Comments

Wow, that's interesting. I wonder what the typical lifespan of a centenarian might be if this problem were solved, even in the absence of other cures. An extra year? An extra five? More?

Posted by: ben at April 3, 2009 11:41 PM

Coles argues [that supercentenarians] aren't perishing from the typical scourges of old age, such as cancer, heart disease, stroke, and Alzheimer's Disease. What kills most of them, he says, is a condition, extremely rare among younger people, called senile cardiac TTR Amyloidosis. TTR is a protein that cradles the thyroid hormone thyroxine and whisks it around the body. In TTR Amyloidosis, the protein amasses in and clogs blood vessels, forcing the heart to work harder and eventually fail. "The same thing that happens in the pipes of an old house happens in your blood vessels," says Coles.

Does it meant that the built up of T4 will increase the potential for one to acquire Alzheimer ?

Posted by: Susan at April 5, 2009 8:28 PM

Excuse me if I am confusing a few ideas from my earlier phases of longevity interest, but two ideas jump out to me immediately as i think of trying to help my 93-yr-old mother asap: 1) Hydergine--doesn't that help rid the amyloid "plaques" and "liver spots"? Also, 2) IV chelation therapy should help this process, especially in blood vessels around the heart if done long and regularly enough?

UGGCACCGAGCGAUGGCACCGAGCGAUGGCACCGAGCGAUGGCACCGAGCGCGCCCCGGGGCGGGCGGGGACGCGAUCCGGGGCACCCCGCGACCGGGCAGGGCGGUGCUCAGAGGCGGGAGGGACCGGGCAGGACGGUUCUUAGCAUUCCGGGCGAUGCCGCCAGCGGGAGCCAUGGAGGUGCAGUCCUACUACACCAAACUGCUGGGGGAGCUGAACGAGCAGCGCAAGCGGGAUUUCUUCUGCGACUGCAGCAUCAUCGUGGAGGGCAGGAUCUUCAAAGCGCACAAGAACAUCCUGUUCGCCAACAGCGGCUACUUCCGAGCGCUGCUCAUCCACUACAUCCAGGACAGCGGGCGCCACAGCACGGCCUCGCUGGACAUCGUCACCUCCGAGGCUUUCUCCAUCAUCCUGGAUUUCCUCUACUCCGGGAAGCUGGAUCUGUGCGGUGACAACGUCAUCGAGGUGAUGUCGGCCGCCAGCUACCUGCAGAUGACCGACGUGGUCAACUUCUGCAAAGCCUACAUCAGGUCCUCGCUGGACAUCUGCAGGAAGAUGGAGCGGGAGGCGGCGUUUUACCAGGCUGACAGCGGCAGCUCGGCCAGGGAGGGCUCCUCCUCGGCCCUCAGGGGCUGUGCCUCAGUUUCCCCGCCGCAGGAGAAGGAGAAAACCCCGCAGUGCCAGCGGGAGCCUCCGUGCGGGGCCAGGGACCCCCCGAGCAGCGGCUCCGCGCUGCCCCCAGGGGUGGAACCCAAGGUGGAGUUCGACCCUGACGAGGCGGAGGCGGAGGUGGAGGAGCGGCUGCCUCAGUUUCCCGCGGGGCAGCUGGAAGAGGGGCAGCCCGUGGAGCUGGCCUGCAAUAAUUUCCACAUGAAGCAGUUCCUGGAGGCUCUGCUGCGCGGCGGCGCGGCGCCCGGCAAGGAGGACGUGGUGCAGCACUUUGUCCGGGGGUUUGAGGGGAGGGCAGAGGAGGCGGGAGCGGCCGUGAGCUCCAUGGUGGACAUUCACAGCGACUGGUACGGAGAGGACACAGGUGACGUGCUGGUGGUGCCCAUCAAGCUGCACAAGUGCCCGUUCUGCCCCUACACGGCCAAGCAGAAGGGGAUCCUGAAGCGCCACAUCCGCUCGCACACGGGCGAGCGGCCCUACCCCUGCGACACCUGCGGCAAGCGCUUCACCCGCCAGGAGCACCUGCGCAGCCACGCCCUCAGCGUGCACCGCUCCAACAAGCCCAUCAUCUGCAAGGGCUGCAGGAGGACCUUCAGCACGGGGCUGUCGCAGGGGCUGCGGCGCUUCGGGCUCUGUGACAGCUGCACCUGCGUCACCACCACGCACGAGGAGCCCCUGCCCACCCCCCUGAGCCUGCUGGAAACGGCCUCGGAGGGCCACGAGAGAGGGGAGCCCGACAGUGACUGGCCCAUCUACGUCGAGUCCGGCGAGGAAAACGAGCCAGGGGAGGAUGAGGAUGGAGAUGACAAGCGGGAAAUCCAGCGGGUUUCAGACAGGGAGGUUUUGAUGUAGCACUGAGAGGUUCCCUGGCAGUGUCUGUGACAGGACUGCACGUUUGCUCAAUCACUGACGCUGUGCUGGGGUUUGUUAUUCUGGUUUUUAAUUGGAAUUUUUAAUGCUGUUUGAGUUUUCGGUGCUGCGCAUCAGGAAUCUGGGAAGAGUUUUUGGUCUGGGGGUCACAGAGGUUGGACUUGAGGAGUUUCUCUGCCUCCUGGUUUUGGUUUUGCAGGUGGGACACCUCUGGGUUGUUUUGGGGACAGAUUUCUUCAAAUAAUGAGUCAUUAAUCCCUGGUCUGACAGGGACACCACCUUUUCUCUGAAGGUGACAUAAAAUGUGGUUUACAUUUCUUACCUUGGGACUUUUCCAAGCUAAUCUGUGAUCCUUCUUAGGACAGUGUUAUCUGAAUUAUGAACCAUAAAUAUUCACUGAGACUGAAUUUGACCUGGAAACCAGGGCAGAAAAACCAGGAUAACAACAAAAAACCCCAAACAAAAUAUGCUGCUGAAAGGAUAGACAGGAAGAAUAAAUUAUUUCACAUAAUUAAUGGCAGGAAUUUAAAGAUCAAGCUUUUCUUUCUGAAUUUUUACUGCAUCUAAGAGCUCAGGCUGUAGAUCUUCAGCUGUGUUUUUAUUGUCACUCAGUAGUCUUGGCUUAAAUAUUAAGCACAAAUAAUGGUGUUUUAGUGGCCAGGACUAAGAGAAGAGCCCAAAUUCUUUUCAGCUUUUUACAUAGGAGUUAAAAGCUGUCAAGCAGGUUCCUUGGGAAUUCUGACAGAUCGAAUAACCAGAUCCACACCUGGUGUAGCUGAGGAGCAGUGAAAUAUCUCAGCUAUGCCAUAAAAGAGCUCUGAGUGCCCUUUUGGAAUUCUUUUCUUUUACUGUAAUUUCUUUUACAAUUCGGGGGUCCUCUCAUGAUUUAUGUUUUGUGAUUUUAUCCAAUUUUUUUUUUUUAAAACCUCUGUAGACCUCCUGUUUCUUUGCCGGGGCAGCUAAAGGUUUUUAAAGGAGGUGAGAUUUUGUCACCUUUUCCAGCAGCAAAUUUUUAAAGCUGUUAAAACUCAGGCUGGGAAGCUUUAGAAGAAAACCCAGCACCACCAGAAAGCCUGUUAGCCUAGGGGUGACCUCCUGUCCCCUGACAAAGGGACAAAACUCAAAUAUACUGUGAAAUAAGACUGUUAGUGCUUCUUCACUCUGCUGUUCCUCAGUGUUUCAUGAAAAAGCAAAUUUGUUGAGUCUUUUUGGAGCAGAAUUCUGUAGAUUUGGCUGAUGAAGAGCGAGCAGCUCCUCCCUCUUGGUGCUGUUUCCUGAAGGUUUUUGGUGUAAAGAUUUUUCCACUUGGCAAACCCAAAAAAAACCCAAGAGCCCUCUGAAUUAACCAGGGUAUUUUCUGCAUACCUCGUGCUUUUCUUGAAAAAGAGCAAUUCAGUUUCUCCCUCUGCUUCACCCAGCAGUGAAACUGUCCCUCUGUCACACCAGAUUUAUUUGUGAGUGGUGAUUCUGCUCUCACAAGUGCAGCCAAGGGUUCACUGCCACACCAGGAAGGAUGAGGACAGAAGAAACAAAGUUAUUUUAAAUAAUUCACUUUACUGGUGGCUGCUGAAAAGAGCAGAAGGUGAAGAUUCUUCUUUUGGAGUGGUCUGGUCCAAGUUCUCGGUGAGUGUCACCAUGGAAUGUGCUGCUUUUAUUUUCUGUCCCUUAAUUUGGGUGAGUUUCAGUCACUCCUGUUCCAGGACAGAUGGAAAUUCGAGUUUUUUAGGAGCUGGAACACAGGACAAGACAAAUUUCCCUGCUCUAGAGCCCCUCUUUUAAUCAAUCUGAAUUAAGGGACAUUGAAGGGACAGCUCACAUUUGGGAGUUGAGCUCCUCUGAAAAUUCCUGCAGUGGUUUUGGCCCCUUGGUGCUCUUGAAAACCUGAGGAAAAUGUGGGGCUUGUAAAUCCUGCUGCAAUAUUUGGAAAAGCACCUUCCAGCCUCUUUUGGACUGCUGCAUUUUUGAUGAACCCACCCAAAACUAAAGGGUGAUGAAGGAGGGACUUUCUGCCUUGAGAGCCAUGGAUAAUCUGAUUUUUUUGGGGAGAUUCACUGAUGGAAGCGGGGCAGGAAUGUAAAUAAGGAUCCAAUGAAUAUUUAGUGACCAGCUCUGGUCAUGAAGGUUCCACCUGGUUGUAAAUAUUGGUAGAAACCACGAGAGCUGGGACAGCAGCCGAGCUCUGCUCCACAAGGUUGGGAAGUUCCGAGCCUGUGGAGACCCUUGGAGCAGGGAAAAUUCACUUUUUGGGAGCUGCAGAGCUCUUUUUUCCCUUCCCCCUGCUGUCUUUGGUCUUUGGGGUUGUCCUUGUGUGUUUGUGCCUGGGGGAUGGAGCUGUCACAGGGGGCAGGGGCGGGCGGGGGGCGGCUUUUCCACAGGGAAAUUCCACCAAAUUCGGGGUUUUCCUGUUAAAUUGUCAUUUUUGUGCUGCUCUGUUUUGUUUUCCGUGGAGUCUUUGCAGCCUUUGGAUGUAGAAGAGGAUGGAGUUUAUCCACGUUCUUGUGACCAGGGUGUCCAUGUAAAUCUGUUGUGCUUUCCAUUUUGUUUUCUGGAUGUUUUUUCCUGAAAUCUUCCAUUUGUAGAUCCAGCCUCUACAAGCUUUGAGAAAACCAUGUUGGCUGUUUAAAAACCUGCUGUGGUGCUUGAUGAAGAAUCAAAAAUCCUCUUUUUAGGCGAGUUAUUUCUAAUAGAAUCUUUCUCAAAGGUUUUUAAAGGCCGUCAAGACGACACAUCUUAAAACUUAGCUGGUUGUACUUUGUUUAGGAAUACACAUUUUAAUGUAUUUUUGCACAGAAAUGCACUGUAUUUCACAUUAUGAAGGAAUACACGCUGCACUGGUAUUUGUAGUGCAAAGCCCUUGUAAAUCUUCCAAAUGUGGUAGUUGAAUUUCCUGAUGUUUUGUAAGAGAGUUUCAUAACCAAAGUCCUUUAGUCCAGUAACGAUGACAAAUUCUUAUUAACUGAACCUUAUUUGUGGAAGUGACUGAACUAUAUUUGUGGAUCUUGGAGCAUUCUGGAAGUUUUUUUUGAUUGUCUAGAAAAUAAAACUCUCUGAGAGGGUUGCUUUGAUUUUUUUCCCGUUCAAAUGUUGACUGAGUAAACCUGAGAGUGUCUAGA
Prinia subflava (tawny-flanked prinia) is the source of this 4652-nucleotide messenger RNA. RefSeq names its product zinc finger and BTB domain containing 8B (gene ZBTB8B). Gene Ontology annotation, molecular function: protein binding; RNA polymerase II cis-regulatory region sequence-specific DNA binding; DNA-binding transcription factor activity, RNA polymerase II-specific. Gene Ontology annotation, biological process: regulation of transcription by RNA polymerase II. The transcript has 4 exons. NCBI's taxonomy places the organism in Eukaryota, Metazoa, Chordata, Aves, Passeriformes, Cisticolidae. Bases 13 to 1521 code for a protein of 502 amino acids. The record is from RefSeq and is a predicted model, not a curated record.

If there are better practical procedures available NOW, kindly let me know before I talk to Mom's doctor about beginning these two decades-old practices on Mom. (I did them myself in the 80s and 90s--probably a good idea to do them again on myself, too?)

Thanks...

Posted by: steph at April 7, 2009 2:01 AM

I have just heard about this new drug CPHPC. Is it available for clinical trials? Does it have any side effects? My Mom is 85 and she lives with me. I would love for her to talk to me and atleast respond to simple questions and of course swallow her food ( she has to be coaxed to do so)
Can any body help?? Am i being rash in asking for this drug? Mom does not know me since last 7 years
I just want her to know me.
Thank you

Posted by: SR at April 14, 2009 4:08 AM

I'm a very fit 69-year-old caucasian male who has been diagnosed with Familial amyloidosis after a very extensive set of tests, etc., at the Mayo Clinic in Arizona. While at the Mayo they were starting to advise me to consider a liver transplant. I'm hoping that a magic bullet is developed which would treat my amyloidosis. How do we contact Prof. Pepys to get into the UK-based trials?
jl

Posted by: Dr. Joseph Levy at October 16, 2011 3:09 PM

@Dr. Joseph Levy: I'm not very familiar with the UK trial system and how to look into what's presently recruiting; I can only point to my US-focused post on exploring the options when you have a condition where progress is in the works but may not arrive in the clinic soon enough:

https://www.fightaging.org/archives/2004/11/researching-therapies-and-participation-in-trials.php

Contacting specific researchers is pretty easy - use Google, look at department websites, be polite and call their department secretary before pinging them directly, etc. As a general rule they're pretty happy to hear from the interested, polite public - it happens less often than you'd think, and it's a validation when it does.

Posted by: Reason at October 16, 2011 5:29 PM